♦ Transmission measurements. With the adequate sizing of RTUs, it becomes essential to retrieve the entire suite of transmission station data measurements from each station. For example, it would be desired to retrieve all three phase voltages, three phase currents, transformer power data (MW, MVAR and MVA), and transmission circuit power data (MW, MVAR and MVA), along with all statuses of station breakers and switches.

♦ Distribution load management systems. Improving the sophistication and functionality of the distribution feeder relaying systems will allow greater flexibility to install the transmission and distribution reliability systems, including:

  • Underfrequency load shedding (UFLS),
  • Undervoltage load shedding (UVLS),
  • Voltage reduction for 3 and 5 percent reductions, and
  • Automatic load shedding per predefined and individual transmission contingencies.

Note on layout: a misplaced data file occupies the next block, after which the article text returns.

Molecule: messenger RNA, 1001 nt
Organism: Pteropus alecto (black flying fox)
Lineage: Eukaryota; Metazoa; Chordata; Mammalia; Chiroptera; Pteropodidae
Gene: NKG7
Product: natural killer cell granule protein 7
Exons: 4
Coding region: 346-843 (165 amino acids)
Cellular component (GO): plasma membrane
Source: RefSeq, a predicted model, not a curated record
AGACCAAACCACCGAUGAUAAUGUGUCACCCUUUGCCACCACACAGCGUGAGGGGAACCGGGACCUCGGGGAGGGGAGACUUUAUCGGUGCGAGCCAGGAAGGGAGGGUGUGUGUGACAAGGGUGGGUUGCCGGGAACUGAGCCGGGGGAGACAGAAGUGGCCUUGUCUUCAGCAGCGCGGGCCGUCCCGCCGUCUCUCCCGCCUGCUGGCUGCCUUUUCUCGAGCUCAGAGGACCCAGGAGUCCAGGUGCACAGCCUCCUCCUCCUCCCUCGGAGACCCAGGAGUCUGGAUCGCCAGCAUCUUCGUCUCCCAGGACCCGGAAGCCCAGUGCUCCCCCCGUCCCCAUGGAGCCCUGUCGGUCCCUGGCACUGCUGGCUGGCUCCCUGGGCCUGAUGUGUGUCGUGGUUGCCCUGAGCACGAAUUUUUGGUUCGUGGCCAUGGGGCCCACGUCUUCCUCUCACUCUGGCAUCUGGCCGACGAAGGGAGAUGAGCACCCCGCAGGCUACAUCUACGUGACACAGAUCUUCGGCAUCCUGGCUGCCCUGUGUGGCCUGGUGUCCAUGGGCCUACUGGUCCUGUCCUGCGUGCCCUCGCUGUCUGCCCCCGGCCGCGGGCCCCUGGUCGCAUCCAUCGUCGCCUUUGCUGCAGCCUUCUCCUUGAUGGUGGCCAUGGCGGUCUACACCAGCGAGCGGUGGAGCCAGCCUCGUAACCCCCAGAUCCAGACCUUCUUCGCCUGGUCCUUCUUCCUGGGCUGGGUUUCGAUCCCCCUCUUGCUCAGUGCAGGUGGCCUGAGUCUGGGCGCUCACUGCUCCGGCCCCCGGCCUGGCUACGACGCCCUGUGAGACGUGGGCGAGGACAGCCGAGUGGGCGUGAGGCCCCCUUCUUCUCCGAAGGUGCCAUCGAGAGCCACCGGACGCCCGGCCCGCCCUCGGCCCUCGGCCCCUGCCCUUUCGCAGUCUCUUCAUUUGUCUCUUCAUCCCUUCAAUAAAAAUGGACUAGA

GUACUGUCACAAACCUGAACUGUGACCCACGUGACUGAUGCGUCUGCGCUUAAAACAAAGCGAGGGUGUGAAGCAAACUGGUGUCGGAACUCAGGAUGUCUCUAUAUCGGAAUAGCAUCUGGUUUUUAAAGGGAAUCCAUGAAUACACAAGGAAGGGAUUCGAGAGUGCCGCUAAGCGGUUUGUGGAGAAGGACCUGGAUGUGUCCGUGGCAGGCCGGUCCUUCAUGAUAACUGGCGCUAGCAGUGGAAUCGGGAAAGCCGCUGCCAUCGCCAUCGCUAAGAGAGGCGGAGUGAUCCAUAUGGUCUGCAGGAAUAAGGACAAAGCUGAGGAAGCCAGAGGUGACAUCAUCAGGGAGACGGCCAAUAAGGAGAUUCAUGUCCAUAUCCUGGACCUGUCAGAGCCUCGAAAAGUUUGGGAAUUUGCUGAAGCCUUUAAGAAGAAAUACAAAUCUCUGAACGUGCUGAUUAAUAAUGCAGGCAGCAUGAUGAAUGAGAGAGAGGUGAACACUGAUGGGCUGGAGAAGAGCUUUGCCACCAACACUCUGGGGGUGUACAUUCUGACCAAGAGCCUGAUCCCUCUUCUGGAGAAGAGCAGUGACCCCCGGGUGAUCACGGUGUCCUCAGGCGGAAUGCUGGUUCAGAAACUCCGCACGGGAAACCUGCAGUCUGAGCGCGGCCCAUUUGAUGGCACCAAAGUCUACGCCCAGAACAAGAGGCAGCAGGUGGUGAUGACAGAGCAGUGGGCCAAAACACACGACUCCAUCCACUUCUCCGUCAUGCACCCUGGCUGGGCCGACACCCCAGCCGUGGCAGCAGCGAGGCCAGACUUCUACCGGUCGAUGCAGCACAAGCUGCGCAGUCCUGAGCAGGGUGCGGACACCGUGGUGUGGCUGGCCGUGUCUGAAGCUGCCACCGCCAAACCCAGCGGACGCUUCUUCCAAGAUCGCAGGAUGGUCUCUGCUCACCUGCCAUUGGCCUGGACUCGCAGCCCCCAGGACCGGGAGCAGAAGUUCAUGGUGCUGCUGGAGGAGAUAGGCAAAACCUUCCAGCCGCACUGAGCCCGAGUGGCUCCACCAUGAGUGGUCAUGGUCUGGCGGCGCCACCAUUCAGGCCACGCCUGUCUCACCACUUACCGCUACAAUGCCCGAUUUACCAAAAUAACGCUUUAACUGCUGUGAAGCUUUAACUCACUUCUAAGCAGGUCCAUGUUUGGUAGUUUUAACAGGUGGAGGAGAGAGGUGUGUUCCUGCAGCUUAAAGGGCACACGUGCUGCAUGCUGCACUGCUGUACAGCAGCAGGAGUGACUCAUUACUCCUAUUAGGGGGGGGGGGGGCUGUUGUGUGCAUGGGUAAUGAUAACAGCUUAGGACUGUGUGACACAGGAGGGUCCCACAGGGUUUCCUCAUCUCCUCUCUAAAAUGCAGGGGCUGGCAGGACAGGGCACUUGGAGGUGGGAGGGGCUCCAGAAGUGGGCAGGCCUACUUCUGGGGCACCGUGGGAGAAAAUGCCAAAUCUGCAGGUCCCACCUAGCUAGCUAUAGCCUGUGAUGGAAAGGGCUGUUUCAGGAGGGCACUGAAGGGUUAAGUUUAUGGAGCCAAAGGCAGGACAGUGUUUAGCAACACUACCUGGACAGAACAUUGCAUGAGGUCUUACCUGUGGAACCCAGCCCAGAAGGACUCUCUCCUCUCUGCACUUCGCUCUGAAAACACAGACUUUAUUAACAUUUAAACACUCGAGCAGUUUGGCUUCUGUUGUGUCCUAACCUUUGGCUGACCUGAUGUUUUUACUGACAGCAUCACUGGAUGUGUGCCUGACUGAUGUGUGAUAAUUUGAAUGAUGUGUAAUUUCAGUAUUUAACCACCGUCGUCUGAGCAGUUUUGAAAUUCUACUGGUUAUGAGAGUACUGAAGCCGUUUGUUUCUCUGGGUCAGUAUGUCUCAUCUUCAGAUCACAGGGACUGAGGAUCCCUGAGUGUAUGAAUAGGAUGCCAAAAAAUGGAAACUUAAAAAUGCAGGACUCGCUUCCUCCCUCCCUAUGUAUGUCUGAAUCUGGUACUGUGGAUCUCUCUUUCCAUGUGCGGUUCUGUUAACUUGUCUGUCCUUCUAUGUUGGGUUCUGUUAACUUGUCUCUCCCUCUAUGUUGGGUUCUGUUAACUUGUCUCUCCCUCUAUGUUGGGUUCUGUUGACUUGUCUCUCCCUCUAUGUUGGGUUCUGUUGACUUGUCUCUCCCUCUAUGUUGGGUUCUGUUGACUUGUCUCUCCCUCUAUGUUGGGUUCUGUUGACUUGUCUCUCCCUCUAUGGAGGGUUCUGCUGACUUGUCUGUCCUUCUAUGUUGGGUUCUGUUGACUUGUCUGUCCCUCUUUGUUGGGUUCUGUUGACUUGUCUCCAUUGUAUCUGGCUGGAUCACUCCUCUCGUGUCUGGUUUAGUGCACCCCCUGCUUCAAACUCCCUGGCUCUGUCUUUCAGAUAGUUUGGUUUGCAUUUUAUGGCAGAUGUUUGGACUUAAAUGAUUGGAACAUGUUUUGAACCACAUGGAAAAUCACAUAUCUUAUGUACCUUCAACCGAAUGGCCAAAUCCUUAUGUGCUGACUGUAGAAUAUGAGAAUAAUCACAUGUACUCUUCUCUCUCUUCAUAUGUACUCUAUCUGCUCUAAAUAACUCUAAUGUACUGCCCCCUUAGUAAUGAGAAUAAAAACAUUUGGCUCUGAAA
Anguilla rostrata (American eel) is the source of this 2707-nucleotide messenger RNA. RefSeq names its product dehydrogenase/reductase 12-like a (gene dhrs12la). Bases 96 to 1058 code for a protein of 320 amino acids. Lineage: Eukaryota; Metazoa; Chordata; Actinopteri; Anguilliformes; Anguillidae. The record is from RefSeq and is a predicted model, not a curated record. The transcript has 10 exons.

The steps in this article are merely the starting point to develop a comprehensive plan for transmission providers. The lessons learned will aid in developing the nation’s transmission system improvement blueprint.

Author

Dwayne Stradford is a senior transmission planning engineer at SAIC. He has more than 17 years’ experience in real-time transmission operations and bulk power security, NERC reliability compliance, transmission planning, work force development, demand response, smart grid and managing energy projects.